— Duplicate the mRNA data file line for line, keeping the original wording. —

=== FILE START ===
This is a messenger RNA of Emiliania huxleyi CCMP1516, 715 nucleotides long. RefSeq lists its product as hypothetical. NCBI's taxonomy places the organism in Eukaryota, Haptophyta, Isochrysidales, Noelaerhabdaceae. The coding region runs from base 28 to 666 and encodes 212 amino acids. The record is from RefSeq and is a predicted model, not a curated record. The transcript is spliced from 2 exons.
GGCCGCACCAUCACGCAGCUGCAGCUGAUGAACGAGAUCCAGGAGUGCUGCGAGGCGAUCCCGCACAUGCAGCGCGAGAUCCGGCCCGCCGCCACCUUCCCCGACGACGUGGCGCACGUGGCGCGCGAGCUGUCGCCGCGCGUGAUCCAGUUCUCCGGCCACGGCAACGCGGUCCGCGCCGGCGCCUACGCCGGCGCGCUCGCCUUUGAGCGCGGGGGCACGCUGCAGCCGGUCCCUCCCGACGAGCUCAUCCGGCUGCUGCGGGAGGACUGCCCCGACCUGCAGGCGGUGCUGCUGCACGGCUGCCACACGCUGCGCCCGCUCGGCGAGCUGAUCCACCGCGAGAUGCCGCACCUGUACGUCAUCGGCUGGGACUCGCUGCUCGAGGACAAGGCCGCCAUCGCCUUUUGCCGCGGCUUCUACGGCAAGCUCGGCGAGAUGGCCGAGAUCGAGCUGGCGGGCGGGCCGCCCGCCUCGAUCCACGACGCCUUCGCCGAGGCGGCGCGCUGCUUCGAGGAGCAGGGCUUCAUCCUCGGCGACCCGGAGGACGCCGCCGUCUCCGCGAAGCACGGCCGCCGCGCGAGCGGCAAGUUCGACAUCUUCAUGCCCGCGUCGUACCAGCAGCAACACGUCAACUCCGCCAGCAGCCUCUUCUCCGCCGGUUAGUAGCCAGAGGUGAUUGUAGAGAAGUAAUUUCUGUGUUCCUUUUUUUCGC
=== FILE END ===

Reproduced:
This is a messenger RNA of Emiliania huxleyi CCMP1516, 715 nucleotides long. RefSeq lists its product as hypothetical. NCBI's taxonomy places the organism in Eukaryota, Haptophyta, Isochrysidales, Noelaerhabdaceae. The coding region runs from base 28 to 666 and encodes 212 amino acids. The record is from RefSeq and is a predicted model, not a curated record. The transcript is spliced from 2 exons.
GGCCGCACCAUCACGCAGCUGCAGCUGAUGAACGAGAUCCAGGAGUGCUGCGAGGCGAUCCCGCACAUGCAGCGCGAGAUCCGGCCCGCCGCCACCUUCCCCGACGACGUGGCGCACGUGGCGCGCGAGCUGUCGCCGCGCGUGAUCCAGUUCUCCGGCCACGGCAACGCGGUCCGCGCCGGCGCCUACGCCGGCGCGCUCGCCUUUGAGCGCGGGGGCACGCUGCAGCCGGUCCCUCCCGACGAGCUCAUCCGGCUGCUGCGGGAGGACUGCCCCGACCUGCAGGCGGUGCUGCUGCACGGCUGCCACACGCUGCGCCCGCUCGGCGAGCUGAUCCACCGCGAGAUGCCGCACCUGUACGUCAUCGGCUGGGACUCGCUGCUCGAGGACAAGGCCGCCAUCGCCUUUUGCCGCGGCUUCUACGGCAAGCUCGGCGAGAUGGCCGAGAUCGAGCUGGCGGGCGGGCCGCCCGCCUCGAUCCACGACGCCUUCGCCGAGGCGGCGCGCUGCUUCGAGGAGCAGGGCUUCAUCCUCGGCGACCCGGAGGACGCCGCCGUCUCCGCGAAGCACGGCCGCCGCGCGAGCGGCAAGUUCGACAUCUUCAUGCCCGCGUCGUACCAGCAGCAACACGUCAACUCCGCCAGCAGCCUCUUCUCCGCCGGUUAGUAGCCAGAGGUGAUUGUAGAGAAGUAAUUUCUGUGUUCCUUUUUUUCGC